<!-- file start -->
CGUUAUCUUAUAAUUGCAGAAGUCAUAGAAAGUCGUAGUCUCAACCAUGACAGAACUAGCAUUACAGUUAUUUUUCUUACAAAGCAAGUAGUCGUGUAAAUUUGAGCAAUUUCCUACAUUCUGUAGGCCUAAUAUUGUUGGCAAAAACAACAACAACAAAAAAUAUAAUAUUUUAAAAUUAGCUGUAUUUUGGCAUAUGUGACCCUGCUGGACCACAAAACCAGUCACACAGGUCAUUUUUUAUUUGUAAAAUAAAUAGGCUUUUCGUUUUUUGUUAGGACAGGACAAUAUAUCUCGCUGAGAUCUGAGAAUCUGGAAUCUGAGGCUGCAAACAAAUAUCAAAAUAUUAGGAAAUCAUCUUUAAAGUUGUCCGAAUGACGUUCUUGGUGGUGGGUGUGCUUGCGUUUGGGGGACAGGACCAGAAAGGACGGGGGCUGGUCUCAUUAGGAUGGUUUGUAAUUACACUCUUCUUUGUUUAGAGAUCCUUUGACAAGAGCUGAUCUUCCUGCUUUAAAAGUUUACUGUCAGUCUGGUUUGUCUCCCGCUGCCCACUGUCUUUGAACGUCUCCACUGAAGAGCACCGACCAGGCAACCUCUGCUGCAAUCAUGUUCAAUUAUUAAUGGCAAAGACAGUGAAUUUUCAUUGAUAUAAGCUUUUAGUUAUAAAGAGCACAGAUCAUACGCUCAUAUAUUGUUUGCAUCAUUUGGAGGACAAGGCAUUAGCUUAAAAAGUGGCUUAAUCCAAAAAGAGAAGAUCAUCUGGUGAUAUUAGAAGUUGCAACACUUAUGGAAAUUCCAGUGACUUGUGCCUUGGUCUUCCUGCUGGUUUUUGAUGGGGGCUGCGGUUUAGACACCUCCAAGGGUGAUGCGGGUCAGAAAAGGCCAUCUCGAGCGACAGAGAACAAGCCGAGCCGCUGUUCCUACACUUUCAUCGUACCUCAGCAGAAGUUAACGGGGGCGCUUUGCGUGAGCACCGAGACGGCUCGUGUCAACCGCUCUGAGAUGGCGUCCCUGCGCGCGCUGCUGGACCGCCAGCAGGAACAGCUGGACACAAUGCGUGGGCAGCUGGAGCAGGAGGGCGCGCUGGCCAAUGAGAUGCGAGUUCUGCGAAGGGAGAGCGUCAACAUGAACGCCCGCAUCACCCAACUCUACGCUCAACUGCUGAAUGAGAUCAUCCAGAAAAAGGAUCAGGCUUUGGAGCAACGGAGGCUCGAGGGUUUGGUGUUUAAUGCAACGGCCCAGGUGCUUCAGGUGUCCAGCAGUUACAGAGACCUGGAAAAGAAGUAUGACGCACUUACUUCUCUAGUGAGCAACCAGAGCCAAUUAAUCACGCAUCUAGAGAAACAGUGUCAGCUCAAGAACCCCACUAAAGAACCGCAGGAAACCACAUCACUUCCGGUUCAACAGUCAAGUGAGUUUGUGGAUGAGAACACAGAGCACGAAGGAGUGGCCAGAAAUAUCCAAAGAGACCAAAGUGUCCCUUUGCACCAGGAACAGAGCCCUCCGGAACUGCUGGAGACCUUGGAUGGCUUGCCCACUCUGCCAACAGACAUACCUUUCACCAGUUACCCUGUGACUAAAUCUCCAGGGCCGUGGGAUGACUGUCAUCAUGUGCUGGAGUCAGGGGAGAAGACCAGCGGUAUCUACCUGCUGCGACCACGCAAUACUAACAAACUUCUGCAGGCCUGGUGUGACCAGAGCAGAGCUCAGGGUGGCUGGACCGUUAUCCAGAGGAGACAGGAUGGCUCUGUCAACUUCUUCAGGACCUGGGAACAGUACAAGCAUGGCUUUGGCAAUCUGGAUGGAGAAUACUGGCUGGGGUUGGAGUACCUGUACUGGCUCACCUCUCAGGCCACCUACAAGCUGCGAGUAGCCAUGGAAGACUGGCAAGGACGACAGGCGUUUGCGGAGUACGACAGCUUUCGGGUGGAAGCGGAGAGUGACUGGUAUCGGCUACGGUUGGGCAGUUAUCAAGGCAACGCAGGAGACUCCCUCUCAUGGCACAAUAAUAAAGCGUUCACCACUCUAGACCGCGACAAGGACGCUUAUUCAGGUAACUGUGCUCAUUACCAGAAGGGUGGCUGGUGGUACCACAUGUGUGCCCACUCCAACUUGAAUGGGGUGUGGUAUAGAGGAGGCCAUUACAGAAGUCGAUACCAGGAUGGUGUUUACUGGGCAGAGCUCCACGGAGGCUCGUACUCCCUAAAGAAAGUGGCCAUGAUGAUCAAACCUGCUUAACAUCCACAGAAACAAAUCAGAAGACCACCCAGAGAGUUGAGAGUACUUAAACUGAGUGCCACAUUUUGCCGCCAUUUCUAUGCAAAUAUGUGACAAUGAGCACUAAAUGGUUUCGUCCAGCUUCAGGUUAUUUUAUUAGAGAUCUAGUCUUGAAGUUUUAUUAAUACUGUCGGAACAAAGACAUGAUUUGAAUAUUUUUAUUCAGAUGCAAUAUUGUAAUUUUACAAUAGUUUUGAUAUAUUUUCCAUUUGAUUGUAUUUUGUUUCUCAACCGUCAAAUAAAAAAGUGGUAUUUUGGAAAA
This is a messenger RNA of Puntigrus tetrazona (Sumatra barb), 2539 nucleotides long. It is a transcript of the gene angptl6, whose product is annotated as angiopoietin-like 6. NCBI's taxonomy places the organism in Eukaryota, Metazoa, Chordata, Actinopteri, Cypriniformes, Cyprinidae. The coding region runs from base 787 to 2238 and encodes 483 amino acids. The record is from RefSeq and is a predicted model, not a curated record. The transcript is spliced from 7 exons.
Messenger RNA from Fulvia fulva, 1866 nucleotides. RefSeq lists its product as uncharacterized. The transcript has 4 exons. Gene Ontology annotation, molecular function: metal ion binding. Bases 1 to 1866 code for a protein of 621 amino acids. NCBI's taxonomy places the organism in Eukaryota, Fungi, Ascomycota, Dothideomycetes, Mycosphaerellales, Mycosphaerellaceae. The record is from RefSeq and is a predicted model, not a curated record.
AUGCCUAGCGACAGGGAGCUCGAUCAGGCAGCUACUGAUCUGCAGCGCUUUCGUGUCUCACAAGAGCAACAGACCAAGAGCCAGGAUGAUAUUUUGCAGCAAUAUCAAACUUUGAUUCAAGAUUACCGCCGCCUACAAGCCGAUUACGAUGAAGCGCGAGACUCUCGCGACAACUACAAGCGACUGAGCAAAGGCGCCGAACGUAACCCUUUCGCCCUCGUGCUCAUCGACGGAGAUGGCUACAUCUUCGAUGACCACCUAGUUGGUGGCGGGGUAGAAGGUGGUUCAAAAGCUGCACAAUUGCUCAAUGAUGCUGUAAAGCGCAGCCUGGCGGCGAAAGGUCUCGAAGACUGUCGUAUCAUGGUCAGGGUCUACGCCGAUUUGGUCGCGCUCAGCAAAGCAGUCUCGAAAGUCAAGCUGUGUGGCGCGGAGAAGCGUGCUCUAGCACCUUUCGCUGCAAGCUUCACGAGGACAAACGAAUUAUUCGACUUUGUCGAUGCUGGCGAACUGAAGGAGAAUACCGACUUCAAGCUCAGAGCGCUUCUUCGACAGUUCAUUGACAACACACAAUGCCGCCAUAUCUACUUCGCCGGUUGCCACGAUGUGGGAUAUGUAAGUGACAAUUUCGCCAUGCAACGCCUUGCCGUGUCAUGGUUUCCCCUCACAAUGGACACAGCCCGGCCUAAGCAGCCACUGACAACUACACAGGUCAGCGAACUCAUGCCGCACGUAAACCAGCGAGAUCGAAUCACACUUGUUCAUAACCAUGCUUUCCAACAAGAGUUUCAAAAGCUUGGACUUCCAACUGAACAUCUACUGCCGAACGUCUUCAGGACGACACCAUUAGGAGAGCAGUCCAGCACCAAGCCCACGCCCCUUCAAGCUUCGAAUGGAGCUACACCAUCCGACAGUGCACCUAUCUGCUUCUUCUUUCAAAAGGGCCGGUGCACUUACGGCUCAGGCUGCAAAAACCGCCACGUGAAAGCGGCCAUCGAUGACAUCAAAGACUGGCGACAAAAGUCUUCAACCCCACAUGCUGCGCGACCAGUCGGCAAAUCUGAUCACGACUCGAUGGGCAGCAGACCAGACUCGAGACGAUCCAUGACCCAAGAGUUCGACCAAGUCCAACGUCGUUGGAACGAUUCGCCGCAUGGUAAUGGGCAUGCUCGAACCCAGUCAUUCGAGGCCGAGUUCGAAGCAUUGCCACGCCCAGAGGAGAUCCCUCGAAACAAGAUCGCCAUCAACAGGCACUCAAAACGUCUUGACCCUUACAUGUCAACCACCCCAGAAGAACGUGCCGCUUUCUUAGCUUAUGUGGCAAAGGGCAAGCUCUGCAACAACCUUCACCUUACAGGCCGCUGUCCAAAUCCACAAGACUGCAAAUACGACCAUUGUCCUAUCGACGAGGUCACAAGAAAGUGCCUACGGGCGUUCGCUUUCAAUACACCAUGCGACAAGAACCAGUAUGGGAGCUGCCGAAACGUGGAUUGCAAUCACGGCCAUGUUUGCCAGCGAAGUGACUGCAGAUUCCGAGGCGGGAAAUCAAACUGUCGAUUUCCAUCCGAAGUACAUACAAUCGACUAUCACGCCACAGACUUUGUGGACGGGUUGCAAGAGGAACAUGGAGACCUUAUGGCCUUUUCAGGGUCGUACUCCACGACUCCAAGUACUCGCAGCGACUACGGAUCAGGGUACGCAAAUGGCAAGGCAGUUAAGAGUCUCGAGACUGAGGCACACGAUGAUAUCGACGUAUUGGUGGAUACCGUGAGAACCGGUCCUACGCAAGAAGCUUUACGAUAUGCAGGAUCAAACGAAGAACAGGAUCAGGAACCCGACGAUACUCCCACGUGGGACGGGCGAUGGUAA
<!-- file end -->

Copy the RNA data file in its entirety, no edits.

CGUUAUCUUAUAAUUGCAGAAGUCAUAGAAAGUCGUAGUCUCAACCAUGACAGAACUAGCAUUACAGUUAUUUUUCUUACAAAGCAAGUAGUCGUGUAAAUUUGAGCAAUUUCCUACAUUCUGUAGGCCUAAUAUUGUUGGCAAAAACAACAACAACAAAAAAUAUAAUAUUUUAAAAUUAGCUGUAUUUUGGCAUAUGUGACCCUGCUGGACCACAAAACCAGUCACACAGGUCAUUUUUUAUUUGUAAAAUAAAUAGGCUUUUCGUUUUUUGUUAGGACAGGACAAUAUAUCUCGCUGAGAUCUGAGAAUCUGGAAUCUGAGGCUGCAAACAAAUAUCAAAAUAUUAGGAAAUCAUCUUUAAAGUUGUCCGAAUGACGUUCUUGGUGGUGGGUGUGCUUGCGUUUGGGGGACAGGACCAGAAAGGACGGGGGCUGGUCUCAUUAGGAUGGUUUGUAAUUACACUCUUCUUUGUUUAGAGAUCCUUUGACAAGAGCUGAUCUUCCUGCUUUAAAAGUUUACUGUCAGUCUGGUUUGUCUCCCGCUGCCCACUGUCUUUGAACGUCUCCACUGAAGAGCACCGACCAGGCAACCUCUGCUGCAAUCAUGUUCAAUUAUUAAUGGCAAAGACAGUGAAUUUUCAUUGAUAUAAGCUUUUAGUUAUAAAGAGCACAGAUCAUACGCUCAUAUAUUGUUUGCAUCAUUUGGAGGACAAGGCAUUAGCUUAAAAAGUGGCUUAAUCCAAAAAGAGAAGAUCAUCUGGUGAUAUUAGAAGUUGCAACACUUAUGGAAAUUCCAGUGACUUGUGCCUUGGUCUUCCUGCUGGUUUUUGAUGGGGGCUGCGGUUUAGACACCUCCAAGGGUGAUGCGGGUCAGAAAAGGCCAUCUCGAGCGACAGAGAACAAGCCGAGCCGCUGUUCCUACACUUUCAUCGUACCUCAGCAGAAGUUAACGGGGGCGCUUUGCGUGAGCACCGAGACGGCUCGUGUCAACCGCUCUGAGAUGGCGUCCCUGCGCGCGCUGCUGGACCGCCAGCAGGAACAGCUGGACACAAUGCGUGGGCAGCUGGAGCAGGAGGGCGCGCUGGCCAAUGAGAUGCGAGUUCUGCGAAGGGAGAGCGUCAACAUGAACGCCCGCAUCACCCAACUCUACGCUCAACUGCUGAAUGAGAUCAUCCAGAAAAAGGAUCAGGCUUUGGAGCAACGGAGGCUCGAGGGUUUGGUGUUUAAUGCAACGGCCCAGGUGCUUCAGGUGUCCAGCAGUUACAGAGACCUGGAAAAGAAGUAUGACGCACUUACUUCUCUAGUGAGCAACCAGAGCCAAUUAAUCACGCAUCUAGAGAAACAGUGUCAGCUCAAGAACCCCACUAAAGAACCGCAGGAAACCACAUCACUUCCGGUUCAACAGUCAAGUGAGUUUGUGGAUGAGAACACAGAGCACGAAGGAGUGGCCAGAAAUAUCCAAAGAGACCAAAGUGUCCCUUUGCACCAGGAACAGAGCCCUCCGGAACUGCUGGAGACCUUGGAUGGCUUGCCCACUCUGCCAACAGACAUACCUUUCACCAGUUACCCUGUGACUAAAUCUCCAGGGCCGUGGGAUGACUGUCAUCAUGUGCUGGAGUCAGGGGAGAAGACCAGCGGUAUCUACCUGCUGCGACCACGCAAUACUAACAAACUUCUGCAGGCCUGGUGUGACCAGAGCAGAGCUCAGGGUGGCUGGACCGUUAUCCAGAGGAGACAGGAUGGCUCUGUCAACUUCUUCAGGACCUGGGAACAGUACAAGCAUGGCUUUGGCAAUCUGGAUGGAGAAUACUGGCUGGGGUUGGAGUACCUGUACUGGCUCACCUCUCAGGCCACCUACAAGCUGCGAGUAGCCAUGGAAGACUGGCAAGGACGACAGGCGUUUGCGGAGUACGACAGCUUUCGGGUGGAAGCGGAGAGUGACUGGUAUCGGCUACGGUUGGGCAGUUAUCAAGGCAACGCAGGAGACUCCCUCUCAUGGCACAAUAAUAAAGCGUUCACCACUCUAGACCGCGACAAGGACGCUUAUUCAGGUAACUGUGCUCAUUACCAGAAGGGUGGCUGGUGGUACCACAUGUGUGCCCACUCCAACUUGAAUGGGGUGUGGUAUAGAGGAGGCCAUUACAGAAGUCGAUACCAGGAUGGUGUUUACUGGGCAGAGCUCCACGGAGGCUCGUACUCCCUAAAGAAAGUGGCCAUGAUGAUCAAACCUGCUUAACAUCCACAGAAACAAAUCAGAAGACCACCCAGAGAGUUGAGAGUACUUAAACUGAGUGCCACAUUUUGCCGCCAUUUCUAUGCAAAUAUGUGACAAUGAGCACUAAAUGGUUUCGUCCAGCUUCAGGUUAUUUUAUUAGAGAUCUAGUCUUGAAGUUUUAUUAAUACUGUCGGAACAAAGACAUGAUUUGAAUAUUUUUAUUCAGAUGCAAUAUUGUAAUUUUACAAUAGUUUUGAUAUAUUUUCCAUUUGAUUGUAUUUUGUUUCUCAACCGUCAAAUAAAAAAGUGGUAUUUUGGAAAA
This is a messenger RNA of Puntigrus tetrazona (Sumatra barb), 2539 nucleotides long. It is a transcript of the gene angptl6, whose product is annotated as angiopoietin-like 6. NCBI's taxonomy places the organism in Eukaryota, Metazoa, Chordata, Actinopteri, Cypriniformes, Cyprinidae. The coding region runs from base 787 to 2238 and encodes 483 amino acids. The record is from RefSeq and is a predicted model, not a curated record. The transcript is spliced from 7 exons.
Messenger RNA from Fulvia fulva, 1866 nucleotides. RefSeq lists its product as uncharacterized. The transcript has 4 exons. Gene Ontology annotation, molecular function: metal ion binding. Bases 1 to 1866 code for a protein of 621 amino acids. NCBI's taxonomy places the organism in Eukaryota, Fungi, Ascomycota, Dothideomycetes, Mycosphaerellales, Mycosphaerellaceae. The record is from RefSeq and is a predicted model, not a curated record.
AUGCCUAGCGACAGGGAGCUCGAUCAGGCAGCUACUGAUCUGCAGCGCUUUCGUGUCUCACAAGAGCAACAGACCAAGAGCCAGGAUGAUAUUUUGCAGCAAUAUCAAACUUUGAUUCAAGAUUACCGCCGCCUACAAGCCGAUUACGAUGAAGCGCGAGACUCUCGCGACAACUACAAGCGACUGAGCAAAGGCGCCGAACGUAACCCUUUCGCCCUCGUGCUCAUCGACGGAGAUGGCUACAUCUUCGAUGACCACCUAGUUGGUGGCGGGGUAGAAGGUGGUUCAAAAGCUGCACAAUUGCUCAAUGAUGCUGUAAAGCGCAGCCUGGCGGCGAAAGGUCUCGAAGACUGUCGUAUCAUGGUCAGGGUCUACGCCGAUUUGGUCGCGCUCAGCAAAGCAGUCUCGAAAGUCAAGCUGUGUGGCGCGGAGAAGCGUGCUCUAGCACCUUUCGCUGCAAGCUUCACGAGGACAAACGAAUUAUUCGACUUUGUCGAUGCUGGCGAACUGAAGGAGAAUACCGACUUCAAGCUCAGAGCGCUUCUUCGACAGUUCAUUGACAACACACAAUGCCGCCAUAUCUACUUCGCCGGUUGCCACGAUGUGGGAUAUGUAAGUGACAAUUUCGCCAUGCAACGCCUUGCCGUGUCAUGGUUUCCCCUCACAAUGGACACAGCCCGGCCUAAGCAGCCACUGACAACUACACAGGUCAGCGAACUCAUGCCGCACGUAAACCAGCGAGAUCGAAUCACACUUGUUCAUAACCAUGCUUUCCAACAAGAGUUUCAAAAGCUUGGACUUCCAACUGAACAUCUACUGCCGAACGUCUUCAGGACGACACCAUUAGGAGAGCAGUCCAGCACCAAGCCCACGCCCCUUCAAGCUUCGAAUGGAGCUACACCAUCCGACAGUGCACCUAUCUGCUUCUUCUUUCAAAAGGGCCGGUGCACUUACGGCUCAGGCUGCAAAAACCGCCACGUGAAAGCGGCCAUCGAUGACAUCAAAGACUGGCGACAAAAGUCUUCAACCCCACAUGCUGCGCGACCAGUCGGCAAAUCUGAUCACGACUCGAUGGGCAGCAGACCAGACUCGAGACGAUCCAUGACCCAAGAGUUCGACCAAGUCCAACGUCGUUGGAACGAUUCGCCGCAUGGUAAUGGGCAUGCUCGAACCCAGUCAUUCGAGGCCGAGUUCGAAGCAUUGCCACGCCCAGAGGAGAUCCCUCGAAACAAGAUCGCCAUCAACAGGCACUCAAAACGUCUUGACCCUUACAUGUCAACCACCCCAGAAGAACGUGCCGCUUUCUUAGCUUAUGUGGCAAAGGGCAAGCUCUGCAACAACCUUCACCUUACAGGCCGCUGUCCAAAUCCACAAGACUGCAAAUACGACCAUUGUCCUAUCGACGAGGUCACAAGAAAGUGCCUACGGGCGUUCGCUUUCAAUACACCAUGCGACAAGAACCAGUAUGGGAGCUGCCGAAACGUGGAUUGCAAUCACGGCCAUGUUUGCCAGCGAAGUGACUGCAGAUUCCGAGGCGGGAAAUCAAACUGUCGAUUUCCAUCCGAAGUACAUACAAUCGACUAUCACGCCACAGACUUUGUGGACGGGUUGCAAGAGGAACAUGGAGACCUUAUGGCCUUUUCAGGGUCGUACUCCACGACUCCAAGUACUCGCAGCGACUACGGAUCAGGGUACGCAAAUGGCAAGGCAGUUAAGAGUCUCGAGACUGAGGCACACGAUGAUAUCGACGUAUUGGUGGAUACCGUGAGAACCGGUCCUACGCAAGAAGCUUUACGAUAUGCAGGAUCAAACGAAGAACAGGAUCAGGAACCCGACGAUACUCCCACGUGGGACGGGCGAUGGUAA